Safety first: How a new breed of apps is improving campus security
Smart phone technology is changing the face of law enforcement. Goodbye, blue light call boxes. Hello, Safety 2.0. As wired campuses get more tech-savvy, so do their security systems. Armed with the ability to reach students and faculty anywhere and at virtually any time, a bevy of new mobile safety apps is revolutionizing how campus police respond to and deal with emergency situations. Designed to both alert the student body to dangers ranging from natural disasters to campus intruders and to provide first responders with better information about emergency situations, these apps range from one-way text messaging systems to fully interactive programs that track personal profile information, contact points and location. Here's how they're protecting students.
On-campus crime dropped by 32 percent between 2006 and 2011, according to a joint study released in June by the Bureau of Justice Statistics and the National Center for Education Statistics. Most on-campus crime was nonviolent — 64 percent of criminal incidents reported in 2011 were burglaries while 11 percent were motor vehicle thefts — but more than one in 10 were forcible sex offenses, an area where crime reports rose by 52 percent between 2001 and 2011.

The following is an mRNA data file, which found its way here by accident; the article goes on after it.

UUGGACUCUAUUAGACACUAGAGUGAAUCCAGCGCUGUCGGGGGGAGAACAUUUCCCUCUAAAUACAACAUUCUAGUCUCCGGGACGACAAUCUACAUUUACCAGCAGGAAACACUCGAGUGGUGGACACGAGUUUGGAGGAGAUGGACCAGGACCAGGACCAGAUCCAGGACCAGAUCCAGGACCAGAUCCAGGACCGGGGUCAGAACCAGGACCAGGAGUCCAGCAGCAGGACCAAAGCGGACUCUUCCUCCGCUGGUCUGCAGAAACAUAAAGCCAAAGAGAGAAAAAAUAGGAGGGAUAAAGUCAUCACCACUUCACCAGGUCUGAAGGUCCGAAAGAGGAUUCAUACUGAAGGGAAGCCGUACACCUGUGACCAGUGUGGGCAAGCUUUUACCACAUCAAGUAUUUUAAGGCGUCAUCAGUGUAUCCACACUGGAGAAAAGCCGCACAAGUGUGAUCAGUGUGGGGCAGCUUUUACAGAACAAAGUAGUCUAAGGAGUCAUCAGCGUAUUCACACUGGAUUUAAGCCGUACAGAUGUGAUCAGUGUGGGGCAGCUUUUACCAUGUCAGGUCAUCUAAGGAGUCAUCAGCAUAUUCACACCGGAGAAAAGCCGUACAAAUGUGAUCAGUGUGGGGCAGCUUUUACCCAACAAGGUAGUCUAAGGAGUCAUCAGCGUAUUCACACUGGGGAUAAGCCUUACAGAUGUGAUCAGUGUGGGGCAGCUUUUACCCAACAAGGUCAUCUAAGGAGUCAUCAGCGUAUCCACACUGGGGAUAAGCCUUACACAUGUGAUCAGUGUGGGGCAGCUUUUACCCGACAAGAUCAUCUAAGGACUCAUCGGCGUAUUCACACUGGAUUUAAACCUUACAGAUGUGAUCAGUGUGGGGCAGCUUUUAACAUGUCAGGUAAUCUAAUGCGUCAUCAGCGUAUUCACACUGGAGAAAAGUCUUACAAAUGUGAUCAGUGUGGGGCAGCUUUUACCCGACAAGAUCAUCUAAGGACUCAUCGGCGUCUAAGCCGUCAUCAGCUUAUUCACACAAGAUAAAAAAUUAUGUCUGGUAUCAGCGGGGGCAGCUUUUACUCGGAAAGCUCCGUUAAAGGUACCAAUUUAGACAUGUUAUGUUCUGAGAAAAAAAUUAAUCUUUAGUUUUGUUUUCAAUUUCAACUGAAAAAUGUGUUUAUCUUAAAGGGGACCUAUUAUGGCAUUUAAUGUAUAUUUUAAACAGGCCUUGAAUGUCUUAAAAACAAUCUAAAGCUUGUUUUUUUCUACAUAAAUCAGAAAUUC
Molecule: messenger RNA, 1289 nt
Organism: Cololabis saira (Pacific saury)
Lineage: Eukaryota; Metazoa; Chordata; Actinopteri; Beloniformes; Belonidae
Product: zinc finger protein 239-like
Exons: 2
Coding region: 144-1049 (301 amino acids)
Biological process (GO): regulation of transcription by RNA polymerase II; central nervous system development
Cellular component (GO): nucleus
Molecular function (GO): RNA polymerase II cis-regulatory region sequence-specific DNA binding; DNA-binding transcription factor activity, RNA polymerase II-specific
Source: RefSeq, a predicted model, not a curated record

Prior to the mobile age, campus police oftentimes relied on phone tips or calls from blue light call boxes, but these strategies are limited, especially on large campuses and at schools with multiple campus locations.
Going beyond the blue light
"For us, we're a large, spread-out campus so even if we invest in 30 blue light polls, that's not enough," says Tom Saccenti, chief of police at Furman University, a Greenville, S.C.,-based institution that spans 900 acres. "We looked for a solution that would allow us to really put, we call it, the blue light poll in your pocket."